Civil War Senator
William Pitt Fessenden and the Fight to Save the American Republic
Publication Year: 2011
Published by: Louisiana State University Press
Title Page, Copyright
I have incurred numerous debts while writing this biography. There are three principal repositories of Fessenden correspondence: Bowdoin College, the Library of Congress, and the Western Reserve Historical Society. For hospitality and friendship in Brunswick, Maine, Silver Spring, Maryland, and Cleveland, Ohio, my thanks go, respectively, to Deborah...
Late in the evening of Friday, March 4, 1854, the Washington correspondent of Horace Greeley’s New-York Tribune entered the gallery of the United States Senate to observe debate on a most contentious item of legislation. Denounced by its Free Soil opponents “as part and parcel of an atrocious plot” to spread slavery across the trans-Missouri West, the Kansas...
1. The Younger Pitt, 1806–1836
William Pitt Fessenden was born on October 6, 1806. A moderate by reputation, he was not born into a world marked by moderation. The Napoleonic Wars, the most global conflict of any up to that point in history, had yet to reach their midpoint and, after a period of relative calm, the armies of the Old World were again laying waste to the earth. Just eight days after his birth French troops crushed two Prussian armies at the battles of Jena...
2. A Loyal Whig, 1837–1848
William Pitt Fessenden’s path to national power was far from smooth. He possessed many weapons in his armory: a remarkable self-confidence born of his privileged upbringing; a piercing intellect and suave, dignified manner that commanded respect from his peers; a strong sense of conviction tempered by a pragmatic politician’s understanding of the need...
3. Union among Ourselves, 1849–1856
Zachary Taylor’s election was a false dawn for America’s Whigs. Although they remained wedded to economic growth, the issues that had once been so central to their identity—protective tariffs, banking, and internal improvements—had declined in salience owing to the country’s returning prosperity (further boosted by the discovery of California gold in 1848). In Maine, as in other northern states, the Jacksonians had stolen their...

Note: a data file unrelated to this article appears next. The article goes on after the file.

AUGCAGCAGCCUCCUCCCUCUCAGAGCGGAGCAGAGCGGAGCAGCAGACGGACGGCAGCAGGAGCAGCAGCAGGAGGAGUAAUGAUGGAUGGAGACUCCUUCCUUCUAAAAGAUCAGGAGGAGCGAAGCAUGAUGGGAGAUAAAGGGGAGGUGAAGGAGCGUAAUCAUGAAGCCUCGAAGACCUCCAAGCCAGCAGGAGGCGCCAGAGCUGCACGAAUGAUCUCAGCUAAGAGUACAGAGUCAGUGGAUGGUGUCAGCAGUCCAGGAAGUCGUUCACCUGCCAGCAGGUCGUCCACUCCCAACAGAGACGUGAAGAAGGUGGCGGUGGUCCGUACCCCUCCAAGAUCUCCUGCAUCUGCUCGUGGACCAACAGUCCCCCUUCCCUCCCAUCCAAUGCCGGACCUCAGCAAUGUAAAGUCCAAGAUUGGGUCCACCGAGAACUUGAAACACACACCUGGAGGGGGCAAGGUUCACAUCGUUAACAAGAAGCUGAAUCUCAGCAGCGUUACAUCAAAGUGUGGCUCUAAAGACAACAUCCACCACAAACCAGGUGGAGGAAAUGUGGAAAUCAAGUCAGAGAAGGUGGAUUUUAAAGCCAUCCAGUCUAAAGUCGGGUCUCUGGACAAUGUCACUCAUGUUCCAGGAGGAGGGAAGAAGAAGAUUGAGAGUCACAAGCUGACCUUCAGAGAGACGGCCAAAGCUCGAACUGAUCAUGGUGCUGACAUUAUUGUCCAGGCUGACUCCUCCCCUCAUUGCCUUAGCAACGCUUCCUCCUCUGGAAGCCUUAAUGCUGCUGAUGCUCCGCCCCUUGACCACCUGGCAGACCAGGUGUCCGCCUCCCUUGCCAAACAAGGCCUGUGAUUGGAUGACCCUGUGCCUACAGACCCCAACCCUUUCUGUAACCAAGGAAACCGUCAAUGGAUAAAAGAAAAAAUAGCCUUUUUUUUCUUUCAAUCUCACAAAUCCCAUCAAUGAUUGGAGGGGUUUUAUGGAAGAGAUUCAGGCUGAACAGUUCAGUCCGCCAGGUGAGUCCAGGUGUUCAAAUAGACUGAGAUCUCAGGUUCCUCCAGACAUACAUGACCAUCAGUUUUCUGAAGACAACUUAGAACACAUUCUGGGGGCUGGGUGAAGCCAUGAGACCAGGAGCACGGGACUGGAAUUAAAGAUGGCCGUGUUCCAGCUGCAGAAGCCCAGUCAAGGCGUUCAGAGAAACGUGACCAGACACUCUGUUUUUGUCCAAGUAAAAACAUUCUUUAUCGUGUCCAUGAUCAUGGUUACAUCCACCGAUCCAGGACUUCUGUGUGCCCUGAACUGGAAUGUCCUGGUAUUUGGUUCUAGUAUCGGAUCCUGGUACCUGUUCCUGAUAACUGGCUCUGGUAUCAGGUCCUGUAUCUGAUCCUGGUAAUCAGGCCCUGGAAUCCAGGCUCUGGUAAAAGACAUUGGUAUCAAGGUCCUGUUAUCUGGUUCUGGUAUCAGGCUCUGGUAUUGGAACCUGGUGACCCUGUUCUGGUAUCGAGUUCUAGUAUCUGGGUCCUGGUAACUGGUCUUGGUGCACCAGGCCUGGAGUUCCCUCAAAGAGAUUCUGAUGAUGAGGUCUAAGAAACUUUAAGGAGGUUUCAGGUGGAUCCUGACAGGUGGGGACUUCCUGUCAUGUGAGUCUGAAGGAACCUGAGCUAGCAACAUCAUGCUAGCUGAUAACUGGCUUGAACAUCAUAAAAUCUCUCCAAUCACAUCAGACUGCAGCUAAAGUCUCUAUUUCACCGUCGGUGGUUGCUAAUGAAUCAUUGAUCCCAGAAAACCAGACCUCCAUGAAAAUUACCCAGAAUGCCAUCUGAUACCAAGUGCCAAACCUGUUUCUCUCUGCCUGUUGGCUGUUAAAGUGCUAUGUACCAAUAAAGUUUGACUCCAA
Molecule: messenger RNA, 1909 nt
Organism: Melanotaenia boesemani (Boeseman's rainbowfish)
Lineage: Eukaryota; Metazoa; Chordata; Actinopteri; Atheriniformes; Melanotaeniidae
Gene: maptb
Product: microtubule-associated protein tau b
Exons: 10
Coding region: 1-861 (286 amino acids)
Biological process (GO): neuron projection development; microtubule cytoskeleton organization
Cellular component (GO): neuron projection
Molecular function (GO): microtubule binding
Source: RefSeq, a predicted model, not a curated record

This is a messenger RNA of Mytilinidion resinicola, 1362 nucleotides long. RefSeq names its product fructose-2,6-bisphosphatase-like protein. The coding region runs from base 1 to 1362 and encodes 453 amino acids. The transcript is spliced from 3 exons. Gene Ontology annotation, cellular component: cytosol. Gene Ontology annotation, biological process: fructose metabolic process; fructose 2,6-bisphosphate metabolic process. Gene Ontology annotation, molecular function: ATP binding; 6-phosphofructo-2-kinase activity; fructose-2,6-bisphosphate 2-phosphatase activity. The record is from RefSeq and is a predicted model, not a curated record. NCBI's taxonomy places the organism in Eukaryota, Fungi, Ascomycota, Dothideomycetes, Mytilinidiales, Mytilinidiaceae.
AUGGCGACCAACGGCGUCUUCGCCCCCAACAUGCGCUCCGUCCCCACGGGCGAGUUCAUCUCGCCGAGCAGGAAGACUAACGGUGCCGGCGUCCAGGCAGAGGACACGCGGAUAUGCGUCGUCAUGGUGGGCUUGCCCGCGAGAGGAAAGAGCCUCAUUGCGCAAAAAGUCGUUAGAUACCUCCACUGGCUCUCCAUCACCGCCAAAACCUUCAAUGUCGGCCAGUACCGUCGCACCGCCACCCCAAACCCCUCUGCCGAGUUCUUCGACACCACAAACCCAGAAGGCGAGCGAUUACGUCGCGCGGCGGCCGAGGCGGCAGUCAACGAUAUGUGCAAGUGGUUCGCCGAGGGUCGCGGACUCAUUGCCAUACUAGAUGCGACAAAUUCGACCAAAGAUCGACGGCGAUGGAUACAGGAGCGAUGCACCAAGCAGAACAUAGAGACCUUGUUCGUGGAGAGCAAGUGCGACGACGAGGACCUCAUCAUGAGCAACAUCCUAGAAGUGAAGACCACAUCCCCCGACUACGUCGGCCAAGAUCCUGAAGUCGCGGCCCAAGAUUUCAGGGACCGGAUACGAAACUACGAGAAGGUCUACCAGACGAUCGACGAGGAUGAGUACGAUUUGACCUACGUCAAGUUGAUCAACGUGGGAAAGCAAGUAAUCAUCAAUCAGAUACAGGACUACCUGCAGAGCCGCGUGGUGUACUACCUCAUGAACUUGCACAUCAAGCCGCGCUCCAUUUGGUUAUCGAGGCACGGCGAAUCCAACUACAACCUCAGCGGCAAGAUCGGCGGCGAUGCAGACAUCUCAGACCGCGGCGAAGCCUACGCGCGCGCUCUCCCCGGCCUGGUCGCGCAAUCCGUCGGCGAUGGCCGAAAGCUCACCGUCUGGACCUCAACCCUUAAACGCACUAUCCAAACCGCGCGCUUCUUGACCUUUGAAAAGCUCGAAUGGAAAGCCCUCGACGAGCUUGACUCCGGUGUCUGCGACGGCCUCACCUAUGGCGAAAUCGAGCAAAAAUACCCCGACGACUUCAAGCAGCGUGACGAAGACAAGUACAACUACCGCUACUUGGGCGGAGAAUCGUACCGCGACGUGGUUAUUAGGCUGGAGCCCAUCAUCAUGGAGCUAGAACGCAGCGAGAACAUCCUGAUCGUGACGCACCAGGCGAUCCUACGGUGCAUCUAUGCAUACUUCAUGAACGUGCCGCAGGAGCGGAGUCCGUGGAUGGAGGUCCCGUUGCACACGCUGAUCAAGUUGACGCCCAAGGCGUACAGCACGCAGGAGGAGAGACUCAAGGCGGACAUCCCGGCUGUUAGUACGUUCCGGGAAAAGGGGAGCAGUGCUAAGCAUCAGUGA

4. The Road to Civil War, 1857–1861
Historians used to refer to the mid-nineteenth-century politicians who failed to prevent the American Civil War as “the blundering generation.” They had a point. No one set out to spark a conflagration that would cost more than half a million American lives. However, the phrase conveyed at best a half truth. Mainstream politicians on both sides of the Mason-Dixon line were embroiled in a deepening sectional crisis that led them they...
5. Saving the Republic, 1861–1864
Union victory in the American Civil War was not inevitable, for Confederate resistance was tenacious. It required an enormous collective effort by northerners to defeat the enemy. While Abraham Lincoln and the mostly volunteer soldiers of the North played a leading role in the dearly won triumph, so did Congress in its near-ceaseless attempts to bring the country’s superior resources to bear on the Confederacy. The Republican...
6. Secretary of the Treasury, 1864–1865
William Pitt Fessenden served eight difficult months as U.S. secretary of the treasury. Though short, his tenure covered the decisive final phase of the Civil War. Union victory was still far from guaranteed in the summer of 1864. The Army of the Potomac, its ranks seriously depleted after the bloody Overland Campaign, had crossed the James River three weeks before he took up office but Grant struggled to cut Lee’s defenses at Petersburg...
7. The Chief Tinker: Congressional Reconstruction, 1866–1868
The twin tasks of reintegrating the defeated Rebel states into the Union and managing the South’s transition from a slave to a free-labor society after one of the bloodiest wars in human history were daunting ones. William Pitt Fessenden would need to draw on all his prodigious talents to find a way through the political mire. Historians used to give him high marks for trying to thwart what they saw as the vindictive plans of the Radicals...
William Pitt Fessenden was seldom given to bouts of self-pity. Greatly discomfited by the debilitating bowel condition that would eventually kill him and by the intense criticism directed against him for his anti-impeachment vote, he retained his indomitable sense of purpose until the end of his life. Although some Republicans tried to expel him from the party, he resisted the urge to decamp and soon began to reassert his influence...